In line with the mode of action of most antipsychotic drugs, the gene encoding for the dopamine D2 receptor (DRD2, 11q23) has long been a prime candidate gene for schizophrenia. An SNP at codon 311 results in a cysteine for serine (Cys311Ser) substitution that alters the structural and functional properties of the receptor protein (Itokawa et al., 1993, Arinami et al., 1994). Available data from a meta-analysis suggests that the cys allele increases the risk for schizophrenia across populations, although the magnitude of the effect itself seems to be rather small (Glatt et al., 2003, Glatt et al., 2008). On the molecular level, this genetic variant has been associated with a reduced ability of the D2 receptor to decrease cAMP levels in dopaminoceptive neurons, which supports the notion that an excess of dopamine activity promotes the emergence of psychotic symptoms. Recent reports indicate that other functional variants in the DRD2 gene, e.g. functional polymorphism in the 5'-promoter region, may contribute to the risk to develop the disorder (Arinami et al., 1997, Bertolino et al., 2008).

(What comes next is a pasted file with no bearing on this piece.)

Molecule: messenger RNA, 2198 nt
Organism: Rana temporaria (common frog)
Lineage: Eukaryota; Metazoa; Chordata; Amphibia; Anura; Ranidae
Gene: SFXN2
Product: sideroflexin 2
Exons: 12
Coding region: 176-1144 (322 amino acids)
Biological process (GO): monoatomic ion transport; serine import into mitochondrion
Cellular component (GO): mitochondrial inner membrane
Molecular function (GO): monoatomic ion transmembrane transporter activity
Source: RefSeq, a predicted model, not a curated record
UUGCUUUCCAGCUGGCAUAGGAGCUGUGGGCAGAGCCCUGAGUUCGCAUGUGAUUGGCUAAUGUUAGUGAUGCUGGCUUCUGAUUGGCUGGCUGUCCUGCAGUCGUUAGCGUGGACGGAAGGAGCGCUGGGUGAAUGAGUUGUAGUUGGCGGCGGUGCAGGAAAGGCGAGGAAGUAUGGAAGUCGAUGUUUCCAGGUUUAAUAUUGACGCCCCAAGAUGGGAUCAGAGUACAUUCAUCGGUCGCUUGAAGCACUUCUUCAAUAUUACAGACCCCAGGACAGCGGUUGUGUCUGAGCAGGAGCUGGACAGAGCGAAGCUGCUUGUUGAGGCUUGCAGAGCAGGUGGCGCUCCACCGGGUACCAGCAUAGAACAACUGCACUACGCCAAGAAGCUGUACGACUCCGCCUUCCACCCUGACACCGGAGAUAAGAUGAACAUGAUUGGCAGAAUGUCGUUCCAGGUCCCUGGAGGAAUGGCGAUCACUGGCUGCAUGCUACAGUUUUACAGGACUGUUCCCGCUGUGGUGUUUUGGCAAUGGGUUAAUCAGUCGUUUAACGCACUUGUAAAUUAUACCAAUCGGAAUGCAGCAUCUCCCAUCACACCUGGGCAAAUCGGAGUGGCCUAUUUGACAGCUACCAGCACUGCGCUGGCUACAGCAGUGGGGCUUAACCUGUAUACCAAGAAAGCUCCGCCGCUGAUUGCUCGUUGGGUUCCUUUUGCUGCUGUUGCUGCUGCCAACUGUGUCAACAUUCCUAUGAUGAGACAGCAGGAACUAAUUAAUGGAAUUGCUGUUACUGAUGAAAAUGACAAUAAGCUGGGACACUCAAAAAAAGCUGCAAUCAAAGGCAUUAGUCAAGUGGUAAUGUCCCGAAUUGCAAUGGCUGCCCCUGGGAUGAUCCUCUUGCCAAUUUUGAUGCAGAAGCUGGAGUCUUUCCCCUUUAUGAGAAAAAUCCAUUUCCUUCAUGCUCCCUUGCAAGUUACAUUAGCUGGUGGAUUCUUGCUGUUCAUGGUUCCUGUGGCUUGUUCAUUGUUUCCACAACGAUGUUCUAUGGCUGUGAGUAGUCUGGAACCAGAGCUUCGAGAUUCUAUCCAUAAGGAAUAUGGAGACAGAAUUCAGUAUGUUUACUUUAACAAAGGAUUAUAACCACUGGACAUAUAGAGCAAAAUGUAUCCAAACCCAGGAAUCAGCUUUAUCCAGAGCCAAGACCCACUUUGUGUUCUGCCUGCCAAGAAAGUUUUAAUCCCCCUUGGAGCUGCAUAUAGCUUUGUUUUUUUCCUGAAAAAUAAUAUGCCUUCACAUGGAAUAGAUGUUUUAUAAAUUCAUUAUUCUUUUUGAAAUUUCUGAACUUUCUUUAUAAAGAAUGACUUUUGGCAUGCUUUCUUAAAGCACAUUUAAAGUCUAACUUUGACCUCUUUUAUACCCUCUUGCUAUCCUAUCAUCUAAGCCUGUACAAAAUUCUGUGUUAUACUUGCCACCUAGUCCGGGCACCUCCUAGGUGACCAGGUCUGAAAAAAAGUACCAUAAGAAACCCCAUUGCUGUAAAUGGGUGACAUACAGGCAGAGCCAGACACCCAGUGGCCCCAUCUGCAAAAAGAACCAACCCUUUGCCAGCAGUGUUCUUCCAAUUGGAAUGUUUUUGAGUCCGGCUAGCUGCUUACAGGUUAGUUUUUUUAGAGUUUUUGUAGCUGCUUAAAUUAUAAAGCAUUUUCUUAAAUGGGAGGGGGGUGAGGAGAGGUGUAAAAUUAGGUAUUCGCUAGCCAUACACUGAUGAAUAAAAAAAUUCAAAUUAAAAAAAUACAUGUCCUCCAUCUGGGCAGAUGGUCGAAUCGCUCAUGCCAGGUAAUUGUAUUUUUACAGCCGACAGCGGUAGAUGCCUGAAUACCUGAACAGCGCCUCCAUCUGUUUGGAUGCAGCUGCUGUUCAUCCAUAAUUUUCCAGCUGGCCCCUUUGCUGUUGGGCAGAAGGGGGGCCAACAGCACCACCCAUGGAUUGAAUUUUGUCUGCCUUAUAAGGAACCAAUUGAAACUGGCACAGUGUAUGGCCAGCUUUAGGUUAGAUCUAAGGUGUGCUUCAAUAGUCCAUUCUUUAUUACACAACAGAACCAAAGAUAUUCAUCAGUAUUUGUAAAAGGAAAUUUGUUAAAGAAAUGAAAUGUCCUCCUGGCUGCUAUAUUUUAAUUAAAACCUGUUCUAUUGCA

Proline oxidase (POX), a mitochondrial enzyme encoded by the gene PRODH, catabolizes the nonessential amino acid proline into different metabolites including glutamate. In a subset of excitatory neurons, high-affinity proline transporters are expressed in axon terminals and vesicles suggesting an immediate physiological role for proline in glutamatergic neurotransmission (Shafqat et al., 1995, Parra et al., 2008). Several observations support the notion that variation in PRODH, POX deficiency, and hyperprolinemia may confer risk for schizophrenia. As in the case of COMT, the PRODH gene is localized in the chromosomal region implicated in VCFS (22q11.2). Hyperprolinemia has been associated with an increased susceptibility for psychosis (Jacquet et al., 2002, Bender et al., 2005, Jacquet et al., 2005, Raux et al., 2007), and schizophrenia-like behavioral phenotypes are evident in mice with PRODH mutations (Gogos et al., 1999, Paterlini et al., 2005). Moreover, several studies provide evidence for an association of schizophrenia with allelic and haplotypic variation in the PRODH locus (Liu et al., 2002, Li et al., 2004, Kempf et al., 2008), although conflicting reports also exist (e.g., see Williams et al., 2003, Glaser et al., 2006). While PRODH is not a dopaminergic risk gene in the strict sense, recent evidence on mice with PRODH mutations shows that COMT is the most dysregulated gene product in these animal models (Paterlini et al., 2005). This suggests a mechanistic link of PRODH dysfunction to dopaminergic neurotransmission, a notion that is supported by recent imaging genetics findings that show a convergent effect on prefrontal-subcortical interactions (Kempf et al., 2008).